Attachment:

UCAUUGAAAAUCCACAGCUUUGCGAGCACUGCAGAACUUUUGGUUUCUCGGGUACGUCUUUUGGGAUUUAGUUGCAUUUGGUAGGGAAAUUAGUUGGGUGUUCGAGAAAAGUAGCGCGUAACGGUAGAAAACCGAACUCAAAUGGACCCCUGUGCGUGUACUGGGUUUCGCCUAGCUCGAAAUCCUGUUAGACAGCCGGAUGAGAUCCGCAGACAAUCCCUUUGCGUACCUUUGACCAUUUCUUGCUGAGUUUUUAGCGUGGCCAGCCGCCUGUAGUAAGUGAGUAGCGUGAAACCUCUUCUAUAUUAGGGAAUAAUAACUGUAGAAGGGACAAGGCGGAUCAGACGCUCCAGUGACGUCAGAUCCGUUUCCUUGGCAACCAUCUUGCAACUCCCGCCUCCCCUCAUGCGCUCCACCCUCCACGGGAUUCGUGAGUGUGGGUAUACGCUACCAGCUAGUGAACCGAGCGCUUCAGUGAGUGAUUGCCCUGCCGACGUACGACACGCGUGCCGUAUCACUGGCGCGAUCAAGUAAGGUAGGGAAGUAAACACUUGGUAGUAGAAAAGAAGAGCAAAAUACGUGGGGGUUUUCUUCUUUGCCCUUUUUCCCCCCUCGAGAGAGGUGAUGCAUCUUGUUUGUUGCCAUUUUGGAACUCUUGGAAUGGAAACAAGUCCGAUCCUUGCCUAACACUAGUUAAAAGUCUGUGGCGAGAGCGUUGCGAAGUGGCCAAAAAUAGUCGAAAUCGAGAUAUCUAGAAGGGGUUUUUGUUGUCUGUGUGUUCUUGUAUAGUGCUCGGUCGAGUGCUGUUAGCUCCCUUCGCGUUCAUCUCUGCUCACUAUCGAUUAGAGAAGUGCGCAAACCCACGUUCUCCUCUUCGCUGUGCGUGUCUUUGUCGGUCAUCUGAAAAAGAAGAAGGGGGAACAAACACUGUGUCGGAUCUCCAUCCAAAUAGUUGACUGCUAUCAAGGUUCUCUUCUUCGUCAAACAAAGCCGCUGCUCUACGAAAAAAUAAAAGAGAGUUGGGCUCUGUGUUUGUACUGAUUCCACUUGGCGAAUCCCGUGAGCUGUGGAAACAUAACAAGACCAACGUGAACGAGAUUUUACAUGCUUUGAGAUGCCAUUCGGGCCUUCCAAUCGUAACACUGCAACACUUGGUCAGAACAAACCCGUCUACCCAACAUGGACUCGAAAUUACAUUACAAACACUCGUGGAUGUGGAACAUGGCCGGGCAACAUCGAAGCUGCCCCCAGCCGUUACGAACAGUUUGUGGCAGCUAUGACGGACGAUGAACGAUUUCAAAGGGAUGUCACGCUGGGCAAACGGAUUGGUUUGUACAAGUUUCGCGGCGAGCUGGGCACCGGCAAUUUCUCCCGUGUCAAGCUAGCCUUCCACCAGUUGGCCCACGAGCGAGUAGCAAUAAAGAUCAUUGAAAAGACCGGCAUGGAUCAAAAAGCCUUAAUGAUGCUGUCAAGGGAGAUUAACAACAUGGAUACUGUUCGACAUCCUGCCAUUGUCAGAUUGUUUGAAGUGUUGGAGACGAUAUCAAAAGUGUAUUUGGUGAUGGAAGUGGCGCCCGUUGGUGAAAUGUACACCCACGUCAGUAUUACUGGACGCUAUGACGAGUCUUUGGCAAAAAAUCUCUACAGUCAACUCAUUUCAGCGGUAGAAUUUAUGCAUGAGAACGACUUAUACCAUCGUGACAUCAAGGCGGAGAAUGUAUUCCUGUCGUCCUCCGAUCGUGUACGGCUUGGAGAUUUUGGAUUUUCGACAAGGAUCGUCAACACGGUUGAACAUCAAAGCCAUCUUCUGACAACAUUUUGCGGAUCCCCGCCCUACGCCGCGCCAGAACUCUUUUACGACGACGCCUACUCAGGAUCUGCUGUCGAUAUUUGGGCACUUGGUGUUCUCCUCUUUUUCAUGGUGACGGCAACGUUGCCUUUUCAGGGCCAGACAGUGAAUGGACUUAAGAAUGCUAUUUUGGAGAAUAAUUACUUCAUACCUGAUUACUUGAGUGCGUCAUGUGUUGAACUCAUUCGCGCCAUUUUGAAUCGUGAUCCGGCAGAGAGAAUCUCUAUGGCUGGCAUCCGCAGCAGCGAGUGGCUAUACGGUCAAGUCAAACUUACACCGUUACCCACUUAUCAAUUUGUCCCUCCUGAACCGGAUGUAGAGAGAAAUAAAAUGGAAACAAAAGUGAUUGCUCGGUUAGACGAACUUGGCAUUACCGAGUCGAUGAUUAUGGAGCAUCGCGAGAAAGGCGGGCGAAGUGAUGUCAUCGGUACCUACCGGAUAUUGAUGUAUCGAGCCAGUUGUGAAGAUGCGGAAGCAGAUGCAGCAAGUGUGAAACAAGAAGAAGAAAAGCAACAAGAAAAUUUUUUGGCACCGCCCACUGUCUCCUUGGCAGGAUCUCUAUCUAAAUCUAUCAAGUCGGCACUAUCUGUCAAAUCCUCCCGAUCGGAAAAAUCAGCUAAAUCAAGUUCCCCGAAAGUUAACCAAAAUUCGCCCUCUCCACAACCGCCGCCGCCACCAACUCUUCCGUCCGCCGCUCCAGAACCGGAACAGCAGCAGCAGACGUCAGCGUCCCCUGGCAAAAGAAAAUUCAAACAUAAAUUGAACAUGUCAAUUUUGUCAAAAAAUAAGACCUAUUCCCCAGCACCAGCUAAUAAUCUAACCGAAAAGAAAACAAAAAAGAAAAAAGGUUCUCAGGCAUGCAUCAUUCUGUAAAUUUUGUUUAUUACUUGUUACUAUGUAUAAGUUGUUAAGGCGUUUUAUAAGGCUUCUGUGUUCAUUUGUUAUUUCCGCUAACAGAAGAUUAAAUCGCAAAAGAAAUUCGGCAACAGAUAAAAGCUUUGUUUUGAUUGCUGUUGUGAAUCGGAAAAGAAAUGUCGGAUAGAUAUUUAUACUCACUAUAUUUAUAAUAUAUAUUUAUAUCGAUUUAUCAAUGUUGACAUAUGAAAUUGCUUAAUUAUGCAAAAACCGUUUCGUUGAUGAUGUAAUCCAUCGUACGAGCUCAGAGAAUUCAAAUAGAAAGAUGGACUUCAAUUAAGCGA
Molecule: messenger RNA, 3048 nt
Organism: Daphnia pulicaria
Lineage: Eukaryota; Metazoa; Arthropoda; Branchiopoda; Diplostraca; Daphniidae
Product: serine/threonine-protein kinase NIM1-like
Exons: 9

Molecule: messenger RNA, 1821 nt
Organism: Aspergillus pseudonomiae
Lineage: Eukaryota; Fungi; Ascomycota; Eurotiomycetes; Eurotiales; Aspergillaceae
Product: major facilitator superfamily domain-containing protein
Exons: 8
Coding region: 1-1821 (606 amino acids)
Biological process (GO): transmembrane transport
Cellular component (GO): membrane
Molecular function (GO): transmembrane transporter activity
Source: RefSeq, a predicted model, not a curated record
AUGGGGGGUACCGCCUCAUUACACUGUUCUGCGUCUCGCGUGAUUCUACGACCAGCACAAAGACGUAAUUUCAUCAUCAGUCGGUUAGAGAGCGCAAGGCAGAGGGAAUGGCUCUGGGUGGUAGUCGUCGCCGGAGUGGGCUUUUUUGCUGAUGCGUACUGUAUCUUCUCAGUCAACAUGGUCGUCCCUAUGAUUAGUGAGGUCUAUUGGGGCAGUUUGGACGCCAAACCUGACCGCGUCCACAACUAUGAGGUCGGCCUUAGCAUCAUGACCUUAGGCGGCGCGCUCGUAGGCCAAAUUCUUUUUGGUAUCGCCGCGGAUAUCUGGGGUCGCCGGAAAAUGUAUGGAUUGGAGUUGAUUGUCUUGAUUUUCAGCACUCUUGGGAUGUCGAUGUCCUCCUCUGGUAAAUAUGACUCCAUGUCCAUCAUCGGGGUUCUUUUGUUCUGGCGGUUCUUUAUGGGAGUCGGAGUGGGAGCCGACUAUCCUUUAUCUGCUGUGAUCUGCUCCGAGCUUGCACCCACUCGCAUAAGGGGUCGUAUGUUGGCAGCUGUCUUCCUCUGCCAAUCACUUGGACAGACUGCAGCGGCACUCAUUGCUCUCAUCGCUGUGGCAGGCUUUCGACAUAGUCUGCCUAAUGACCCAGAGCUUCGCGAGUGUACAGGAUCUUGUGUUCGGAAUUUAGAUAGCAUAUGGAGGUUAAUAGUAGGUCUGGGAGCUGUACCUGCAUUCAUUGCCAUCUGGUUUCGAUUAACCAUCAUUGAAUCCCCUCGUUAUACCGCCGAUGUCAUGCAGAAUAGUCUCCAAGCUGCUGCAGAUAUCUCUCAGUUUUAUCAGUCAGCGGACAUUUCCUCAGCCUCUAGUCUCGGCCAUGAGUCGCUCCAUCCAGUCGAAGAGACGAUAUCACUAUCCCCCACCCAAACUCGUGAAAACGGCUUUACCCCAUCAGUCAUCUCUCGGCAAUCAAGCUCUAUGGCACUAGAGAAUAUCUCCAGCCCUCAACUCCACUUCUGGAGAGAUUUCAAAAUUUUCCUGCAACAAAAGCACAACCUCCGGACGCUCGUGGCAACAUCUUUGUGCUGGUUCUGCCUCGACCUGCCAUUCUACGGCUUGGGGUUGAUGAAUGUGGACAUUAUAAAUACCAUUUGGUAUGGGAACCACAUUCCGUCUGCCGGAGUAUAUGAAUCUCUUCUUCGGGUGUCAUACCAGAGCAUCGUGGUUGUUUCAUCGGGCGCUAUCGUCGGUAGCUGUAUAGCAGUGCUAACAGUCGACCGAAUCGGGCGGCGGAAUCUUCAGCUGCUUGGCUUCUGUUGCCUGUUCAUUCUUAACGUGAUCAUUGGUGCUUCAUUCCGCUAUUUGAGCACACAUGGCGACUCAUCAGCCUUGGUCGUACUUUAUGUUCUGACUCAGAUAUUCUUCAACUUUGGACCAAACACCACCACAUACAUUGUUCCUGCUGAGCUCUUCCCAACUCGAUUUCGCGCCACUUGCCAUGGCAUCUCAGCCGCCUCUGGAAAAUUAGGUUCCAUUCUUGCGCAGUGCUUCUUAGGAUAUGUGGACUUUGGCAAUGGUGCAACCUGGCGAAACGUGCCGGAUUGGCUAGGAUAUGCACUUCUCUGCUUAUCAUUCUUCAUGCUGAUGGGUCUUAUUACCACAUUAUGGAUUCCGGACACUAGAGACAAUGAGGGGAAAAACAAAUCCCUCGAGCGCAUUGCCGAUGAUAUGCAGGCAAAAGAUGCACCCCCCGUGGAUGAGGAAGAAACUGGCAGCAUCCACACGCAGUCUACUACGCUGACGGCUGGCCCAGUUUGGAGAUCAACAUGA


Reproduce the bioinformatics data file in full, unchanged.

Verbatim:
UCAUUGAAAAUCCACAGCUUUGCGAGCACUGCAGAACUUUUGGUUUCUCGGGUACGUCUUUUGGGAUUUAGUUGCAUUUGGUAGGGAAAUUAGUUGGGUGUUCGAGAAAAGUAGCGCGUAACGGUAGAAAACCGAACUCAAAUGGACCCCUGUGCGUGUACUGGGUUUCGCCUAGCUCGAAAUCCUGUUAGACAGCCGGAUGAGAUCCGCAGACAAUCCCUUUGCGUACCUUUGACCAUUUCUUGCUGAGUUUUUAGCGUGGCCAGCCGCCUGUAGUAAGUGAGUAGCGUGAAACCUCUUCUAUAUUAGGGAAUAAUAACUGUAGAAGGGACAAGGCGGAUCAGACGCUCCAGUGACGUCAGAUCCGUUUCCUUGGCAACCAUCUUGCAACUCCCGCCUCCCCUCAUGCGCUCCACCCUCCACGGGAUUCGUGAGUGUGGGUAUACGCUACCAGCUAGUGAACCGAGCGCUUCAGUGAGUGAUUGCCCUGCCGACGUACGACACGCGUGCCGUAUCACUGGCGCGAUCAAGUAAGGUAGGGAAGUAAACACUUGGUAGUAGAAAAGAAGAGCAAAAUACGUGGGGGUUUUCUUCUUUGCCCUUUUUCCCCCCUCGAGAGAGGUGAUGCAUCUUGUUUGUUGCCAUUUUGGAACUCUUGGAAUGGAAACAAGUCCGAUCCUUGCCUAACACUAGUUAAAAGUCUGUGGCGAGAGCGUUGCGAAGUGGCCAAAAAUAGUCGAAAUCGAGAUAUCUAGAAGGGGUUUUUGUUGUCUGUGUGUUCUUGUAUAGUGCUCGGUCGAGUGCUGUUAGCUCCCUUCGCGUUCAUCUCUGCUCACUAUCGAUUAGAGAAGUGCGCAAACCCACGUUCUCCUCUUCGCUGUGCGUGUCUUUGUCGGUCAUCUGAAAAAGAAGAAGGGGGAACAAACACUGUGUCGGAUCUCCAUCCAAAUAGUUGACUGCUAUCAAGGUUCUCUUCUUCGUCAAACAAAGCCGCUGCUCUACGAAAAAAUAAAAGAGAGUUGGGCUCUGUGUUUGUACUGAUUCCACUUGGCGAAUCCCGUGAGCUGUGGAAACAUAACAAGACCAACGUGAACGAGAUUUUACAUGCUUUGAGAUGCCAUUCGGGCCUUCCAAUCGUAACACUGCAACACUUGGUCAGAACAAACCCGUCUACCCAACAUGGACUCGAAAUUACAUUACAAACACUCGUGGAUGUGGAACAUGGCCGGGCAACAUCGAAGCUGCCCCCAGCCGUUACGAACAGUUUGUGGCAGCUAUGACGGACGAUGAACGAUUUCAAAGGGAUGUCACGCUGGGCAAACGGAUUGGUUUGUACAAGUUUCGCGGCGAGCUGGGCACCGGCAAUUUCUCCCGUGUCAAGCUAGCCUUCCACCAGUUGGCCCACGAGCGAGUAGCAAUAAAGAUCAUUGAAAAGACCGGCAUGGAUCAAAAAGCCUUAAUGAUGCUGUCAAGGGAGAUUAACAACAUGGAUACUGUUCGACAUCCUGCCAUUGUCAGAUUGUUUGAAGUGUUGGAGACGAUAUCAAAAGUGUAUUUGGUGAUGGAAGUGGCGCCCGUUGGUGAAAUGUACACCCACGUCAGUAUUACUGGACGCUAUGACGAGUCUUUGGCAAAAAAUCUCUACAGUCAACUCAUUUCAGCGGUAGAAUUUAUGCAUGAGAACGACUUAUACCAUCGUGACAUCAAGGCGGAGAAUGUAUUCCUGUCGUCCUCCGAUCGUGUACGGCUUGGAGAUUUUGGAUUUUCGACAAGGAUCGUCAACACGGUUGAACAUCAAAGCCAUCUUCUGACAACAUUUUGCGGAUCCCCGCCCUACGCCGCGCCAGAACUCUUUUACGACGACGCCUACUCAGGAUCUGCUGUCGAUAUUUGGGCACUUGGUGUUCUCCUCUUUUUCAUGGUGACGGCAACGUUGCCUUUUCAGGGCCAGACAGUGAAUGGACUUAAGAAUGCUAUUUUGGAGAAUAAUUACUUCAUACCUGAUUACUUGAGUGCGUCAUGUGUUGAACUCAUUCGCGCCAUUUUGAAUCGUGAUCCGGCAGAGAGAAUCUCUAUGGCUGGCAUCCGCAGCAGCGAGUGGCUAUACGGUCAAGUCAAACUUACACCGUUACCCACUUAUCAAUUUGUCCCUCCUGAACCGGAUGUAGAGAGAAAUAAAAUGGAAACAAAAGUGAUUGCUCGGUUAGACGAACUUGGCAUUACCGAGUCGAUGAUUAUGGAGCAUCGCGAGAAAGGCGGGCGAAGUGAUGUCAUCGGUACCUACCGGAUAUUGAUGUAUCGAGCCAGUUGUGAAGAUGCGGAAGCAGAUGCAGCAAGUGUGAAACAAGAAGAAGAAAAGCAACAAGAAAAUUUUUUGGCACCGCCCACUGUCUCCUUGGCAGGAUCUCUAUCUAAAUCUAUCAAGUCGGCACUAUCUGUCAAAUCCUCCCGAUCGGAAAAAUCAGCUAAAUCAAGUUCCCCGAAAGUUAACCAAAAUUCGCCCUCUCCACAACCGCCGCCGCCACCAACUCUUCCGUCCGCCGCUCCAGAACCGGAACAGCAGCAGCAGACGUCAGCGUCCCCUGGCAAAAGAAAAUUCAAACAUAAAUUGAACAUGUCAAUUUUGUCAAAAAAUAAGACCUAUUCCCCAGCACCAGCUAAUAAUCUAACCGAAAAGAAAACAAAAAAGAAAAAAGGUUCUCAGGCAUGCAUCAUUCUGUAAAUUUUGUUUAUUACUUGUUACUAUGUAUAAGUUGUUAAGGCGUUUUAUAAGGCUUCUGUGUUCAUUUGUUAUUUCCGCUAACAGAAGAUUAAAUCGCAAAAGAAAUUCGGCAACAGAUAAAAGCUUUGUUUUGAUUGCUGUUGUGAAUCGGAAAAGAAAUGUCGGAUAGAUAUUUAUACUCACUAUAUUUAUAAUAUAUAUUUAUAUCGAUUUAUCAAUGUUGACAUAUGAAAUUGCUUAAUUAUGCAAAAACCGUUUCGUUGAUGAUGUAAUCCAUCGUACGAGCUCAGAGAAUUCAAAUAGAAAGAUGGACUUCAAUUAAGCGA
Molecule: messenger RNA, 3048 nt
Organism: Daphnia pulicaria
Lineage: Eukaryota; Metazoa; Arthropoda; Branchiopoda; Diplostraca; Daphniidae
Product: serine/threonine-protein kinase NIM1-like
Exons: 9

Molecule: messenger RNA, 1821 nt
Organism: Aspergillus pseudonomiae
Lineage: Eukaryota; Fungi; Ascomycota; Eurotiomycetes; Eurotiales; Aspergillaceae
Product: major facilitator superfamily domain-containing protein
Exons: 8
Coding region: 1-1821 (606 amino acids)
Biological process (GO): transmembrane transport
Cellular component (GO): membrane
Molecular function (GO): transmembrane transporter activity
Source: RefSeq, a predicted model, not a curated record
AUGGGGGGUACCGCCUCAUUACACUGUUCUGCGUCUCGCGUGAUUCUACGACCAGCACAAAGACGUAAUUUCAUCAUCAGUCGGUUAGAGAGCGCAAGGCAGAGGGAAUGGCUCUGGGUGGUAGUCGUCGCCGGAGUGGGCUUUUUUGCUGAUGCGUACUGUAUCUUCUCAGUCAACAUGGUCGUCCCUAUGAUUAGUGAGGUCUAUUGGGGCAGUUUGGACGCCAAACCUGACCGCGUCCACAACUAUGAGGUCGGCCUUAGCAUCAUGACCUUAGGCGGCGCGCUCGUAGGCCAAAUUCUUUUUGGUAUCGCCGCGGAUAUCUGGGGUCGCCGGAAAAUGUAUGGAUUGGAGUUGAUUGUCUUGAUUUUCAGCACUCUUGGGAUGUCGAUGUCCUCCUCUGGUAAAUAUGACUCCAUGUCCAUCAUCGGGGUUCUUUUGUUCUGGCGGUUCUUUAUGGGAGUCGGAGUGGGAGCCGACUAUCCUUUAUCUGCUGUGAUCUGCUCCGAGCUUGCACCCACUCGCAUAAGGGGUCGUAUGUUGGCAGCUGUCUUCCUCUGCCAAUCACUUGGACAGACUGCAGCGGCACUCAUUGCUCUCAUCGCUGUGGCAGGCUUUCGACAUAGUCUGCCUAAUGACCCAGAGCUUCGCGAGUGUACAGGAUCUUGUGUUCGGAAUUUAGAUAGCAUAUGGAGGUUAAUAGUAGGUCUGGGAGCUGUACCUGCAUUCAUUGCCAUCUGGUUUCGAUUAACCAUCAUUGAAUCCCCUCGUUAUACCGCCGAUGUCAUGCAGAAUAGUCUCCAAGCUGCUGCAGAUAUCUCUCAGUUUUAUCAGUCAGCGGACAUUUCCUCAGCCUCUAGUCUCGGCCAUGAGUCGCUCCAUCCAGUCGAAGAGACGAUAUCACUAUCCCCCACCCAAACUCGUGAAAACGGCUUUACCCCAUCAGUCAUCUCUCGGCAAUCAAGCUCUAUGGCACUAGAGAAUAUCUCCAGCCCUCAACUCCACUUCUGGAGAGAUUUCAAAAUUUUCCUGCAACAAAAGCACAACCUCCGGACGCUCGUGGCAACAUCUUUGUGCUGGUUCUGCCUCGACCUGCCAUUCUACGGCUUGGGGUUGAUGAAUGUGGACAUUAUAAAUACCAUUUGGUAUGGGAACCACAUUCCGUCUGCCGGAGUAUAUGAAUCUCUUCUUCGGGUGUCAUACCAGAGCAUCGUGGUUGUUUCAUCGGGCGCUAUCGUCGGUAGCUGUAUAGCAGUGCUAACAGUCGACCGAAUCGGGCGGCGGAAUCUUCAGCUGCUUGGCUUCUGUUGCCUGUUCAUUCUUAACGUGAUCAUUGGUGCUUCAUUCCGCUAUUUGAGCACACAUGGCGACUCAUCAGCCUUGGUCGUACUUUAUGUUCUGACUCAGAUAUUCUUCAACUUUGGACCAAACACCACCACAUACAUUGUUCCUGCUGAGCUCUUCCCAACUCGAUUUCGCGCCACUUGCCAUGGCAUCUCAGCCGCCUCUGGAAAAUUAGGUUCCAUUCUUGCGCAGUGCUUCUUAGGAUAUGUGGACUUUGGCAAUGGUGCAACCUGGCGAAACGUGCCGGAUUGGCUAGGAUAUGCACUUCUCUGCUUAUCAUUCUUCAUGCUGAUGGGUCUUAUUACCACAUUAUGGAUUCCGGACACUAGAGACAAUGAGGGGAAAAACAAAUCCCUCGAGCGCAUUGCCGAUGAUAUGCAGGCAAAAGAUGCACCCCCCGUGGAUGAGGAAGAAACUGGCAGCAUCCACACGCAGUCUACUACGCUGACGGCUGGCCCAGUUUGGAGAUCAACAUGA